With a simple web interface, you can add, commission, update and recycle your servers at will. As your needs change, you can respond rapidly, by adding new nodes and dynamically re-deploying them between services. When the time comes, nodes can be retired for use outside the MAAS.

As we enter an era in which ATOM is as important in the data centre as XEON, an operating system like Ubuntu makes even more sense. Its freedom from licensing restrictions, together with the labour saving power of tools like MAAS, make it cost-effective, finally, to deploy and manage hundreds of nodes at a time

Here’s another way to look at it: Ubuntu is bringing cloud semantics to the bare metal world. What a great foundation for your IAAS. Metal As A Service (MAAS) 04-04-2012 MAAS in Ubuntu 12.04 Vier stappen plan:
Gebruik een eigen netwerk (zonder DHCP server)
Installatie
Configuratie (gebruikers, netwerk, iso, juju)
Toevoegen nieuwe node Juju Gemakkelijk:

apt-get install mysql-server

Lastig:

tar -xzvf mysql-5.5.25.tar.gz
cd mysql-5.5.25
./configure --with-ssl ...
make
make test
sudo make install Gemakkelijk:

juju deploy mysql
juju deploy wordpress
juju add-relation wordpress mysql
juju expose wordpress

Lastig:

apt-get install mysql-server
apt-get install wordpress
mysql -u root -p -e "CREATE DATABASE wordpress"
mysql -u root -p -e "GRANT ALL PRIVILEGES ON wordpress.* TO 'wordpress'@'localhost' IDENTIFIED BY 'password'"
via browser: http://localhost/wordpress/
... Juju i.c.m. 'Remote werkplek' juju deploy openldap
juju deploy amanda
juju deploy nagios
juju deploy tlsp-server

juju add-relation tlsp-server openldap
juju add-relation tlsp-server amanda
juju add-relation tlsp-server nagios Juju / MAAS / OpenStack Minimaal 10 fysieke nodes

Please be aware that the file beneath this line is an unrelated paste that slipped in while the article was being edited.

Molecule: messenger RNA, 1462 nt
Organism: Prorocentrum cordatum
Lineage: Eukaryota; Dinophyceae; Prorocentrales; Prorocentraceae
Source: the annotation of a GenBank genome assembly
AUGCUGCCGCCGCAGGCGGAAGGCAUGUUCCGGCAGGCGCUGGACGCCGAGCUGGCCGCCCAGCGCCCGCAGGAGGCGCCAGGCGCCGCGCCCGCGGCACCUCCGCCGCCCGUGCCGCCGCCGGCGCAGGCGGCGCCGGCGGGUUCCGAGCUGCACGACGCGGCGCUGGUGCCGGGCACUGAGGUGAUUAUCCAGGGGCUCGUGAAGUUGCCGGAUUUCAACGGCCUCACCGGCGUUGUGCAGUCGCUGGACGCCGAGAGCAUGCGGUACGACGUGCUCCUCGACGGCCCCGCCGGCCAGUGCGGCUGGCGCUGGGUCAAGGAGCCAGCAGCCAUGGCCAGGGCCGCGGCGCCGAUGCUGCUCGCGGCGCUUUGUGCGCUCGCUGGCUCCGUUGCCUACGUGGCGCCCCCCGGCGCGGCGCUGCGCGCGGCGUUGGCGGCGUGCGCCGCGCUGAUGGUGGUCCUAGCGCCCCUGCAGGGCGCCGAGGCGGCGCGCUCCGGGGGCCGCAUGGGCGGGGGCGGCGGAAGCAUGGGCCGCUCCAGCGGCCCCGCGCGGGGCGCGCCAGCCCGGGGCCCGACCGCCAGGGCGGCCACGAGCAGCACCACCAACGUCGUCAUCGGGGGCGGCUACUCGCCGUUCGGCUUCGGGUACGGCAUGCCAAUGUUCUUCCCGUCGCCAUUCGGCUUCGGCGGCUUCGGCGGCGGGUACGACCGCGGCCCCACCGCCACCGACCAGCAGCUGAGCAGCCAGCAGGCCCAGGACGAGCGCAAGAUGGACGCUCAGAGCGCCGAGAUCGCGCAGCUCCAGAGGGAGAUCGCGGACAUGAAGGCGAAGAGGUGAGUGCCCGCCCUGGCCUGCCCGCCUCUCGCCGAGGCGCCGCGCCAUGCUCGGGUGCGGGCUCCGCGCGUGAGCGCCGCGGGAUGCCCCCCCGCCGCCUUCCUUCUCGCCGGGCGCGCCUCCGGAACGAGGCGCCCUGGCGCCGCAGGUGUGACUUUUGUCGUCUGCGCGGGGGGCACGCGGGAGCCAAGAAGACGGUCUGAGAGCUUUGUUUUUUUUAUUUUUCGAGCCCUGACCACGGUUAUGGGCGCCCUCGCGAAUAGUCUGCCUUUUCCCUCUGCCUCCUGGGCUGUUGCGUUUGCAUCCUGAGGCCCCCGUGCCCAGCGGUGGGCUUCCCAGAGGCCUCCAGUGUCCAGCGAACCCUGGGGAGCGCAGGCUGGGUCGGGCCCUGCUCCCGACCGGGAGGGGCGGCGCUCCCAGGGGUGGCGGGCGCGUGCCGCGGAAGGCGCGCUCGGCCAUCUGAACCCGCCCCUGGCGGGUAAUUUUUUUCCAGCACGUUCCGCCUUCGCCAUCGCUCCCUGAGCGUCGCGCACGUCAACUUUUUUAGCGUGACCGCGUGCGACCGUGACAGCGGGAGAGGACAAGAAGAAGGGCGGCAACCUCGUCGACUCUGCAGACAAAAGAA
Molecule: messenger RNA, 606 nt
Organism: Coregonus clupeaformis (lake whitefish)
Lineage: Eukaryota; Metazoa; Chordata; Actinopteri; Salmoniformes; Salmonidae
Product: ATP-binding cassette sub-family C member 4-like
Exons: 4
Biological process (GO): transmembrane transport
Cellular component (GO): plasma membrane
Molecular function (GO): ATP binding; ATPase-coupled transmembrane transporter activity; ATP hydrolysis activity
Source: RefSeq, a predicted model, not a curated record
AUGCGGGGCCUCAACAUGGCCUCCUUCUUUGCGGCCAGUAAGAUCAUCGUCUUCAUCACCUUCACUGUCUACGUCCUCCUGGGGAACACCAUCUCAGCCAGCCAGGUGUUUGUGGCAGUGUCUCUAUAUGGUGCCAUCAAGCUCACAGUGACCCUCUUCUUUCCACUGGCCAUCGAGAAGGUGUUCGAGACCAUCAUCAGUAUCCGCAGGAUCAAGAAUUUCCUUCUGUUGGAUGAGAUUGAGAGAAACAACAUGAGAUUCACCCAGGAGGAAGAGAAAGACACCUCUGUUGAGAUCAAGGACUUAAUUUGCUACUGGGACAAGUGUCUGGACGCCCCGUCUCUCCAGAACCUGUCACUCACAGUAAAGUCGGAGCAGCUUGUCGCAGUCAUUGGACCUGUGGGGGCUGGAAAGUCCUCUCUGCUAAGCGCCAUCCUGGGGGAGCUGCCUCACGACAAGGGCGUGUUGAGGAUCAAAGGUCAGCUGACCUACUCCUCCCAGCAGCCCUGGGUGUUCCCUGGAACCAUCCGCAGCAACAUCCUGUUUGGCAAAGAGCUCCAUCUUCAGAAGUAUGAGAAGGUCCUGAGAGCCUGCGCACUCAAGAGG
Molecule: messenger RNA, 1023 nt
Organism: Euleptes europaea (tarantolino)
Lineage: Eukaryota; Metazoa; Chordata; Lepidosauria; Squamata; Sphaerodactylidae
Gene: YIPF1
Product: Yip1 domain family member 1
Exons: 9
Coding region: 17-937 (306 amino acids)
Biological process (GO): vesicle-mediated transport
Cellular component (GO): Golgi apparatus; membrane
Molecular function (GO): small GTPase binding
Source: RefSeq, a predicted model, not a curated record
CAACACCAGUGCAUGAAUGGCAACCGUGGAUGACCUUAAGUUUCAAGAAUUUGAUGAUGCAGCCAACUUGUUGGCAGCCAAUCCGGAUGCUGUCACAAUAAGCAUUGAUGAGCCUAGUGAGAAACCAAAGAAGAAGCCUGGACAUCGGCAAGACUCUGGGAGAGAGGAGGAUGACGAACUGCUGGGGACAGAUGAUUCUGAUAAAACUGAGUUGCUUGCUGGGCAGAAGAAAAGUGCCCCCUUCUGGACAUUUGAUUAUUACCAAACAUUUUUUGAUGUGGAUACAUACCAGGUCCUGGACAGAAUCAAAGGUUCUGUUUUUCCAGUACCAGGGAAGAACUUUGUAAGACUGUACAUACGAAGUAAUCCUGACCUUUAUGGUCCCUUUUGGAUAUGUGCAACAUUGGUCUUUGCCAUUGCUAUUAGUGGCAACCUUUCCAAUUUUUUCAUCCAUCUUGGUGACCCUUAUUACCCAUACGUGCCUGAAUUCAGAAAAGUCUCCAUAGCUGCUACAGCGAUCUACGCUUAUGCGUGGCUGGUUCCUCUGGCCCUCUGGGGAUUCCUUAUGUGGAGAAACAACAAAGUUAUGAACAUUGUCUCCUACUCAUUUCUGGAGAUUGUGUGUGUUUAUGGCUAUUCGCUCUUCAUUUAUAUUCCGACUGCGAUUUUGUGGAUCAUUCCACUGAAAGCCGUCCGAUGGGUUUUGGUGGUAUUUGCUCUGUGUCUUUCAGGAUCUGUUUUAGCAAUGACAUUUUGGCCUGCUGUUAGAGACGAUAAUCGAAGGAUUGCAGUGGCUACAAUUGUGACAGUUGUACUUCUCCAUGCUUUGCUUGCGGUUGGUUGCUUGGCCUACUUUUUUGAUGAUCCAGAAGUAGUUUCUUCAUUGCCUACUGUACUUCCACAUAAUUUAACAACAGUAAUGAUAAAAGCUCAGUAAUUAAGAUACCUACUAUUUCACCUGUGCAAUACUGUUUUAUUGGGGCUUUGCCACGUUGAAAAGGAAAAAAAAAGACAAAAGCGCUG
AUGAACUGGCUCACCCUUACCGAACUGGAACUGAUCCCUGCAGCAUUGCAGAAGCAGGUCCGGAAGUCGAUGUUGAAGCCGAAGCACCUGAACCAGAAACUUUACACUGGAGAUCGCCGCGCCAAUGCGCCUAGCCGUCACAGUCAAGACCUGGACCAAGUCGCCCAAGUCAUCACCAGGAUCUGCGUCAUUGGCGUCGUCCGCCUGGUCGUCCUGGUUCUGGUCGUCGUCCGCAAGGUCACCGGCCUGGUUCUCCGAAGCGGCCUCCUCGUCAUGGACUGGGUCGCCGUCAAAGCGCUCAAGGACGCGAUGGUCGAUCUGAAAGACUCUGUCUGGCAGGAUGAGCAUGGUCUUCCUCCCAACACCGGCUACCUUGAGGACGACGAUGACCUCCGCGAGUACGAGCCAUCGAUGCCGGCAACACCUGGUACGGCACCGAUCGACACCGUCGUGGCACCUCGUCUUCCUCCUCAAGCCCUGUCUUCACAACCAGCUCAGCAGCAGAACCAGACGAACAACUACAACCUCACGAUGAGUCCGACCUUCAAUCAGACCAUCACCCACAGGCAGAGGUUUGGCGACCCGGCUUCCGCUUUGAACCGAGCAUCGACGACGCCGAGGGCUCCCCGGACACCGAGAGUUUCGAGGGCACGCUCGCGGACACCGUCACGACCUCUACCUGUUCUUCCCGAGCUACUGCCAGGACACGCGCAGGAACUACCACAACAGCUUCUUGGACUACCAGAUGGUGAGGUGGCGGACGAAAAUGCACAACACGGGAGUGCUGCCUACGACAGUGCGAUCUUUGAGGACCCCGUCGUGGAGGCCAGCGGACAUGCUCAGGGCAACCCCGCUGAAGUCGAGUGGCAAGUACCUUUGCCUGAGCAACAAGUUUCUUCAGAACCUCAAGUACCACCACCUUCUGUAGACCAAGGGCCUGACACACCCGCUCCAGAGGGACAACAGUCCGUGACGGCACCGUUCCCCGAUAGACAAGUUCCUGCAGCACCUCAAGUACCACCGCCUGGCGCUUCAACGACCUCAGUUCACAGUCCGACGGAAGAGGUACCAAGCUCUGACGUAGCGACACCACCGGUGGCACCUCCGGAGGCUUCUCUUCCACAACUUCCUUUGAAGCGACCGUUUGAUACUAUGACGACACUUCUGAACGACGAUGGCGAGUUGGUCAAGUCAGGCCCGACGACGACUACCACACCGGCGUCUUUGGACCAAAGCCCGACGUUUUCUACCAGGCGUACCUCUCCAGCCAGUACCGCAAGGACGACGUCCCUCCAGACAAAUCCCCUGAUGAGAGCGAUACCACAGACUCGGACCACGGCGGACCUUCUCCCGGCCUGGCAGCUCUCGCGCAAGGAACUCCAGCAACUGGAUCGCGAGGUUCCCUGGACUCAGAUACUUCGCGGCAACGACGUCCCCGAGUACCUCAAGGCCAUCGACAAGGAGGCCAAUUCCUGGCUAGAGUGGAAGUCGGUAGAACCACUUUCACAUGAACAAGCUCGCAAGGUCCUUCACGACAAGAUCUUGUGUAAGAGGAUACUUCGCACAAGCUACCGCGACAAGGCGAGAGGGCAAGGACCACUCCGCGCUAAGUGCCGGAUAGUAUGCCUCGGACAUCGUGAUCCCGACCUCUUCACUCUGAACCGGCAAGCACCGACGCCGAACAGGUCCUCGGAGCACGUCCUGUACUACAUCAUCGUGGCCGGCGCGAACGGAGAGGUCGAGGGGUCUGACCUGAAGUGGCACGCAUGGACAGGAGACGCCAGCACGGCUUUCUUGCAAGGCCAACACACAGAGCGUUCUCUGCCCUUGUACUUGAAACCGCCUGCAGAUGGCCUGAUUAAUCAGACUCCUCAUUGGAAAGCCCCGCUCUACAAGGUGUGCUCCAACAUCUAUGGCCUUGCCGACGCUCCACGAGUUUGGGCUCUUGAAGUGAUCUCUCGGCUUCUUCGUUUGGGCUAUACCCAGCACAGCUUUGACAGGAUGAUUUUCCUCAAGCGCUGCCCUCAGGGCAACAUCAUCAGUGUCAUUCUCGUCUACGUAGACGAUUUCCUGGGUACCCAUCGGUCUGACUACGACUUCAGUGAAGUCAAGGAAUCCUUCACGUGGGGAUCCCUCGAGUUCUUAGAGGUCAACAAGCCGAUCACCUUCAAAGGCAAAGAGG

Configuratie
Deploy v/d nodes
Relatie tussen de nodes
Expose de cloud
Nieuwe nodes keystone:
# Set this here for testing only, otherwise randomly
# generated and stored on-disk on keystone node
admin-password: "openstack"
nova-cloud-controller:
network-manager: "FlatDHCPManager"
nova-volume:
# This must be a free block device that is writable on the nova-volume host.
block-device: "xvdb"
overwrite: "true" juju deploy mysql
juju deploy rabbitmq-server
juju deploy --config=openstack.cfg keystone
juju deploy --config=openstack.cfg nova-cloud-controller
juju deploy --config=openstack.cfg nova-volume
juju deploy nova-compute
juju deploy glance
juju deploy openstack-dashboard juju add-relation keystone mysql
juju add-relation nova-cloud-controller mysql
juju add-relation nova-cloud-controller rabbitmq-server
juju add-relation nova-cloud-controller glance
juju add-relation nova-cloud-controller keystone
juju add-relation nova-volume mysql
juju add-relation nova-volume rabbitmq-server
juju add-relation nova-compute mysql
juju add-relation nova-compute rabbitmq-server
juju add-relation nova-compute glance
juju add-relation nova-compute keystone
juju add-relation nova-compute:network-manager \
nova-cloud-controller:network-manager
juju add-relation glance mysql
juju add-relation glance keystone
juju add-relation openstack-dashboard keystone juju expose openstack-dashboard
juju expose nova-cloud-controller juju add-unit nova-compute Toekomst Meer informatie https://help.ubuntu.com/community/UbuntuCloudInfrastructure
https://wiki.ubuntu.com/ServerTeam/MAAS
https://juju.ubuntu.com
http://www.openstack.org/